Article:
Ron Schiller now out at Aspen Institute
posted at 12:21 pm on March 9, 2011 by Ed Morrissey
First, Vivian Schiller got her walking papers from NPR’s board. Now Ron Schiller, who resigned effective immediately from his position at NPR yesterday in the wake of the undercover sting video, won’t get his position at the Aspen Institute after all.
It’s hard out there for a Schiller today, as Jim Romanesko reports (via Katrina Trinko):
Aspen Institute communications director Jim Spiegelman says in an e-mail: “Ron Schiller has informed us that, in light of the controversy surrounding his recent statements, he does not feel that it’s in the best interests of the Aspen Institute for him to come work here.”
It had been suggested by Dave Weigel and others that Schiller actually represented what organizations want in a rainmaker — the ability to pander to anyone willing to write big checks. Apparently, the Aspen Institute disagrees, or at the very least wasn’t impressed enough to talk Schiller out of resigning before he even got started with them.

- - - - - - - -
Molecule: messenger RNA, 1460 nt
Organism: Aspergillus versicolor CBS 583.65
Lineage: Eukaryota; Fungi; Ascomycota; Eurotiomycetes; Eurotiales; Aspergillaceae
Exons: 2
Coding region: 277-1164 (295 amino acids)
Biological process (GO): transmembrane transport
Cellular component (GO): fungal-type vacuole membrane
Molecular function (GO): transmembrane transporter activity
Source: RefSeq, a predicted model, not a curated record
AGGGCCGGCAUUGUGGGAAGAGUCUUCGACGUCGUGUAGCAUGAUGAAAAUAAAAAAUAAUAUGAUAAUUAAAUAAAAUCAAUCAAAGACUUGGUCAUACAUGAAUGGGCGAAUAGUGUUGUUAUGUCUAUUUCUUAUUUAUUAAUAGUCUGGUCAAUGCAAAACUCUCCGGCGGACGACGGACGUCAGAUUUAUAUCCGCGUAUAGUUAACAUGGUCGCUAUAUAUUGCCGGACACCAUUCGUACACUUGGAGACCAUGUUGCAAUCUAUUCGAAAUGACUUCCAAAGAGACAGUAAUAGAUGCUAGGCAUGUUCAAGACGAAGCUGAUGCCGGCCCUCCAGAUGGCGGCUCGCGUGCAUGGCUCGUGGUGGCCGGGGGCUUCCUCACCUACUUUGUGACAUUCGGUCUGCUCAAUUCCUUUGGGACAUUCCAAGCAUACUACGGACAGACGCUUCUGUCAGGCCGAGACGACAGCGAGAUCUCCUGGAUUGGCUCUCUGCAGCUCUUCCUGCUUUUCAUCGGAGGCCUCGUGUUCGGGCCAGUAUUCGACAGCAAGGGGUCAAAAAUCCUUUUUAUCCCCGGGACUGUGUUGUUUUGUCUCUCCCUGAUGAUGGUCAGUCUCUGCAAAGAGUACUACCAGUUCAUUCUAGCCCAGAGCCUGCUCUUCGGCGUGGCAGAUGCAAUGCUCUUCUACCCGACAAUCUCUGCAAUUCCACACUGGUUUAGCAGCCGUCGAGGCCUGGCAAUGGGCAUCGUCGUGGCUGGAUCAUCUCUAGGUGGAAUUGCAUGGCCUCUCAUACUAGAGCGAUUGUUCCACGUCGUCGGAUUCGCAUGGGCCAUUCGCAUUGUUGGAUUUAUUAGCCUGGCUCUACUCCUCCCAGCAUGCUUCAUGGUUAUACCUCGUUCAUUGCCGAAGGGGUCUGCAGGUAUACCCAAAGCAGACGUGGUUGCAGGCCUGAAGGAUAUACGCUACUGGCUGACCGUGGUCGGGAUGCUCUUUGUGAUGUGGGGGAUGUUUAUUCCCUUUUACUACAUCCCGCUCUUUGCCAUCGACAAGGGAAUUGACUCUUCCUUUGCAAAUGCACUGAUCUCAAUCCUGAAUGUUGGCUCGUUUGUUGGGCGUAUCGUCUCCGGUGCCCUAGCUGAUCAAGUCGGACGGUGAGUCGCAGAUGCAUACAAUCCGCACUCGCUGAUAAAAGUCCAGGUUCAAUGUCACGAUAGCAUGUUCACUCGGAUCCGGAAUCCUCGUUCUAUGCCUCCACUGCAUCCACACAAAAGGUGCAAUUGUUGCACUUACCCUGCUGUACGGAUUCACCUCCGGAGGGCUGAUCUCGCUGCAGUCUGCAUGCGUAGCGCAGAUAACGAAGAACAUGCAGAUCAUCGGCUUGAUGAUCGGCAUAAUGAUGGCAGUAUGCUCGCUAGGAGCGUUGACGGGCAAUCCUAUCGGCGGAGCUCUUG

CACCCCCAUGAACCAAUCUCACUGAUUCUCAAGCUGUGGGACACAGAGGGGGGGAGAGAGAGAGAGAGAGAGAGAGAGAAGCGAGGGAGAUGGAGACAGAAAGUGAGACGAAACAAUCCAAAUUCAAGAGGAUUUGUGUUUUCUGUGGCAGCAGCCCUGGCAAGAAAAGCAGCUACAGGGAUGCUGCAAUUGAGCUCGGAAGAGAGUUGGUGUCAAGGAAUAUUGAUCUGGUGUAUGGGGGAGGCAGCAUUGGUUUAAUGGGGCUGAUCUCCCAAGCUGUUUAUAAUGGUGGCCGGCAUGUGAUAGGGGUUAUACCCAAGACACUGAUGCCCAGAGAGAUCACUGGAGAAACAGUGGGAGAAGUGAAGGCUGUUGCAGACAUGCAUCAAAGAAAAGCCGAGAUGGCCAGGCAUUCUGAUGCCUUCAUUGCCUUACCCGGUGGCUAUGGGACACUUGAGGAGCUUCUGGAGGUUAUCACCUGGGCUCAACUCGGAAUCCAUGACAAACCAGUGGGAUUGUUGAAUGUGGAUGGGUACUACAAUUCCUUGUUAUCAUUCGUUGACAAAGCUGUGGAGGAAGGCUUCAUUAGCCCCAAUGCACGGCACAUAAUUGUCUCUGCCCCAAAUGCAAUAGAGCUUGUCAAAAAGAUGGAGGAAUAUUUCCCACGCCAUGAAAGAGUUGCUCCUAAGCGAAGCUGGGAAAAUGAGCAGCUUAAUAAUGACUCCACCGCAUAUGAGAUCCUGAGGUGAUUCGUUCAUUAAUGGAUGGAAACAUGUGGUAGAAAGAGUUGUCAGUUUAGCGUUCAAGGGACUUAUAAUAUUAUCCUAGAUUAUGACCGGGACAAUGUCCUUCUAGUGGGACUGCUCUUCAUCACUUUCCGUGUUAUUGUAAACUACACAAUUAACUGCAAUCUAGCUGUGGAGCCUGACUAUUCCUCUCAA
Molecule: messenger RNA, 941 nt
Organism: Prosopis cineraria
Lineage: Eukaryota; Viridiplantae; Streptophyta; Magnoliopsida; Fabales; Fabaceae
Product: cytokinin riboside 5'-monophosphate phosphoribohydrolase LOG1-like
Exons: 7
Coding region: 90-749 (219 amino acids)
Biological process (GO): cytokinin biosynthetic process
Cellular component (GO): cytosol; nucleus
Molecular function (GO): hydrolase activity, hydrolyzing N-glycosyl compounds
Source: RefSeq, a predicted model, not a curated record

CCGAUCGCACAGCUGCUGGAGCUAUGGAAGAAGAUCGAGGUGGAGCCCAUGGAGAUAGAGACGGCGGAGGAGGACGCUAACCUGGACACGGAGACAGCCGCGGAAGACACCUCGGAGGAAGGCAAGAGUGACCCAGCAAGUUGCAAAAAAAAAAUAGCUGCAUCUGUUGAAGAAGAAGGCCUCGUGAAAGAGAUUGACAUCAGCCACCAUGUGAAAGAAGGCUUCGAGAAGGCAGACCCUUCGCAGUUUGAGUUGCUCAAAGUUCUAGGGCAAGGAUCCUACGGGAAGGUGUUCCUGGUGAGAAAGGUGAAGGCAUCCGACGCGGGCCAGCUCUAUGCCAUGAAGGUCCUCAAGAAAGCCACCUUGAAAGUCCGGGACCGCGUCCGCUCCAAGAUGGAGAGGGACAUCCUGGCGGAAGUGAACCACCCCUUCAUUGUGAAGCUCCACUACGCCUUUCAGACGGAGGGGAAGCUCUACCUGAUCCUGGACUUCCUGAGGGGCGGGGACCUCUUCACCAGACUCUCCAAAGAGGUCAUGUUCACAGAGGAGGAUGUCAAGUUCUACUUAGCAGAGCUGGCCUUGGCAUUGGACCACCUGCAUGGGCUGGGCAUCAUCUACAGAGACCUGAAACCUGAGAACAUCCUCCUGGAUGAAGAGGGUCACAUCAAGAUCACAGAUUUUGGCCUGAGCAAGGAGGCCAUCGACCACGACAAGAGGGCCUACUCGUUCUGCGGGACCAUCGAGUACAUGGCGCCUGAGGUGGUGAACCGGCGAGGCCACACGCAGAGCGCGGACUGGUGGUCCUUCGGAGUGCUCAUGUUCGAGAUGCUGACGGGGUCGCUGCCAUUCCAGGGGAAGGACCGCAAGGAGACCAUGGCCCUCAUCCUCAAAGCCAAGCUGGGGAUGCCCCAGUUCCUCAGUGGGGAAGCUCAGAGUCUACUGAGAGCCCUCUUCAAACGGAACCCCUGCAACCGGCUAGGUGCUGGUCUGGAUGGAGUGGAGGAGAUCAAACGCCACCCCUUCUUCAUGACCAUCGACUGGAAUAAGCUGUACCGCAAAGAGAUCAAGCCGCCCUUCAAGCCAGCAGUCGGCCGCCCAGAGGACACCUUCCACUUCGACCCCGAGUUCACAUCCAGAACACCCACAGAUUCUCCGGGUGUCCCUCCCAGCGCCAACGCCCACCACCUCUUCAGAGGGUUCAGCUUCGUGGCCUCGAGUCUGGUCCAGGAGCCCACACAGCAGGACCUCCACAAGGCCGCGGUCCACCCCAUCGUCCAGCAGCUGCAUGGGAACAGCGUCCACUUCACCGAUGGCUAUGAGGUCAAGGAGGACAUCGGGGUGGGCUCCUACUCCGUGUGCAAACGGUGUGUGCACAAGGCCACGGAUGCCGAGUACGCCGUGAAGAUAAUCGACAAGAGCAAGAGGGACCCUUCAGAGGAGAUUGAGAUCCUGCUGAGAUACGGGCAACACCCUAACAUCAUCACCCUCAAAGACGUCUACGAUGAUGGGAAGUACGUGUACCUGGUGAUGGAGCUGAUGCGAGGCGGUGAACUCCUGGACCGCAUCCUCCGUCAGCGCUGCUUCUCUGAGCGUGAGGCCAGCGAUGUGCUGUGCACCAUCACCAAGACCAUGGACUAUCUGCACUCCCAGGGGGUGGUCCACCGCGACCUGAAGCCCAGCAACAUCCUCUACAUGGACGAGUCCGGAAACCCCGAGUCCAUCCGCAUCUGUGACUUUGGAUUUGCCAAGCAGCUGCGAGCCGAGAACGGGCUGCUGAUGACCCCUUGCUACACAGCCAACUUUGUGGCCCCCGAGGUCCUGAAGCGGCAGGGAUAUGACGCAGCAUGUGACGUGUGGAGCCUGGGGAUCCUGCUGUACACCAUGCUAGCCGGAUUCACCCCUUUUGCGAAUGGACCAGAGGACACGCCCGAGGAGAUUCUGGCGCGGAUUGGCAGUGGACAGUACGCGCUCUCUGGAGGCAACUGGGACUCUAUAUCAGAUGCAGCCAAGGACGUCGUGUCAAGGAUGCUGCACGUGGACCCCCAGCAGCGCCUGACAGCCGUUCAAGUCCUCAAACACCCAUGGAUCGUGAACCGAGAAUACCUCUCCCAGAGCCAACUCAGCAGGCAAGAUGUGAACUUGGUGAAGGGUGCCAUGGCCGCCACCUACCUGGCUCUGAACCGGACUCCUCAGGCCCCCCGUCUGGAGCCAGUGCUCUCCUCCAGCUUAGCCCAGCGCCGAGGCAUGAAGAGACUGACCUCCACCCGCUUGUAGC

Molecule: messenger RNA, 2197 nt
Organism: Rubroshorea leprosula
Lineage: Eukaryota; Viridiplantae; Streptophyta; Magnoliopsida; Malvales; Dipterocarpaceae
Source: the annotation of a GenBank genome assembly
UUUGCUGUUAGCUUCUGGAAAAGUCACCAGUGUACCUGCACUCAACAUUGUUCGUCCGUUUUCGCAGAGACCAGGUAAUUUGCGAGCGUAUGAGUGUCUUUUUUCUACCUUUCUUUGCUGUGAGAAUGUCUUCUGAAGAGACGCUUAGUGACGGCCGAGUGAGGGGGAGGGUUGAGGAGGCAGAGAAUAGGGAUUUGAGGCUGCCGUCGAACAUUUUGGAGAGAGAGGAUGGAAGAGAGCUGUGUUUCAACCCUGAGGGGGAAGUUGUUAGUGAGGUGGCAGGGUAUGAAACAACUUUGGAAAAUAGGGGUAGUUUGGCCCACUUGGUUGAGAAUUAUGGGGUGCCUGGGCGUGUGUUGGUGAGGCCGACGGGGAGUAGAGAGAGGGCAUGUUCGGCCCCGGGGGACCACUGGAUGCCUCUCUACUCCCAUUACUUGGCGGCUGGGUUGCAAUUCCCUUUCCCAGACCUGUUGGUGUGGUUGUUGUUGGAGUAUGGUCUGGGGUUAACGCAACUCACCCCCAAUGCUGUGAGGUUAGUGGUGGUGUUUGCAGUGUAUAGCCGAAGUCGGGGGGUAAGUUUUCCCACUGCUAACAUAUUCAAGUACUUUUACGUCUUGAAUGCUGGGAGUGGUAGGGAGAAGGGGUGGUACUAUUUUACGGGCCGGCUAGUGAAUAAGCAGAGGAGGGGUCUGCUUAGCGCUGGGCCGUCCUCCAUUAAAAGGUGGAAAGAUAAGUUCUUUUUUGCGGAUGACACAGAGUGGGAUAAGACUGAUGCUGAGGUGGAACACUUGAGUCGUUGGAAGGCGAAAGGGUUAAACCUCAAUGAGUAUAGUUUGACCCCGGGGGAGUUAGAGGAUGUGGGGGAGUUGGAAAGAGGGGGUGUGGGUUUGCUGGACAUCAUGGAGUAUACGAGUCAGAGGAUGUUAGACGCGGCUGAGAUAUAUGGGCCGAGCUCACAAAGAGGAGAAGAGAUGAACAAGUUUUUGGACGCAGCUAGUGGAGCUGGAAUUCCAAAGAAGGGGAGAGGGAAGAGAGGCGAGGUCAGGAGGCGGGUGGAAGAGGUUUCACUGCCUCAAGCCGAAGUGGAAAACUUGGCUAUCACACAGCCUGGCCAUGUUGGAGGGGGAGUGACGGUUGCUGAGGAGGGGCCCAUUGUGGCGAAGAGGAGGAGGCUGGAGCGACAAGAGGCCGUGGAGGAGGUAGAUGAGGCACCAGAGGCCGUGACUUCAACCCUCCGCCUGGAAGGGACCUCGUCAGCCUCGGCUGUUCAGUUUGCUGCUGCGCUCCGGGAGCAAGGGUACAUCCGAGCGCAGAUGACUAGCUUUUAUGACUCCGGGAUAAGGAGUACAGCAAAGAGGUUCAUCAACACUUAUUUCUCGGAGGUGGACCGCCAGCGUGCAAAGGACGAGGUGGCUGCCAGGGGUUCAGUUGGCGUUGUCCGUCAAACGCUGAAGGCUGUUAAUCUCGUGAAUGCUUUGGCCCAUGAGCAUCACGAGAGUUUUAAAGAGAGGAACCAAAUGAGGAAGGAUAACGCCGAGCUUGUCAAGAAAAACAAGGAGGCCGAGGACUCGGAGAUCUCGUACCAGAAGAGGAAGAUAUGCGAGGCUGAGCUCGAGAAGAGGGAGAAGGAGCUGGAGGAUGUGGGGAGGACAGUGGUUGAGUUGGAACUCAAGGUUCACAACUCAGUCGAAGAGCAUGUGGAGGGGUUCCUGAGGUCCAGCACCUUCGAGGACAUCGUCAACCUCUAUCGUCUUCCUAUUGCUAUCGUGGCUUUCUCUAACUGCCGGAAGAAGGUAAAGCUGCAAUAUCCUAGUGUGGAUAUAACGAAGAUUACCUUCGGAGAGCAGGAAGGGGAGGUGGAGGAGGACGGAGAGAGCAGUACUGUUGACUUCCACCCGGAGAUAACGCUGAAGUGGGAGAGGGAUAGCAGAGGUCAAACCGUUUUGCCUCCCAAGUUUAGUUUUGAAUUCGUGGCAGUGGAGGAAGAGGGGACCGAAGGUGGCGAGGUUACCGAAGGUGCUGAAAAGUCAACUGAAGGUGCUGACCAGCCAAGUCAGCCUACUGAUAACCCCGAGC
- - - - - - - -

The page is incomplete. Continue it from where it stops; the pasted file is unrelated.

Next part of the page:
The question of whether this Schiller was pushed or jumped is murkier than it was in Vivian Schiller’s case, but in the end it doesn’t matter; the outcomes are the same. The decision to cut ties to both — regardless of who made those decisions — underscores the fact that the video communicated reality, both in the situation and at NPR.
Update: Jeff Dunetz has NPR’s interview with its own media correspondent David Folkenflik reasserting that the board ousted Vivian Schiller:
David Folkenflik: Well the board of directors of NPR have put out a statement saying they accepted Vivian Schiller’s resignation. I’m told by sources that she was forced out — that this was, I guess, the final shoe dropping, you could say.
The most immediate back story of course is, as you mentioned, Ron Schiller, the former senior vice president for fundraising, seemingly disparaging conservatives, something NPR executives have said is not part of our core, in fact not any part of our DNA — that we’re supposed to be a place of civility, open-mindedness, where people can hear themselves reflected in our coverage and on our air.
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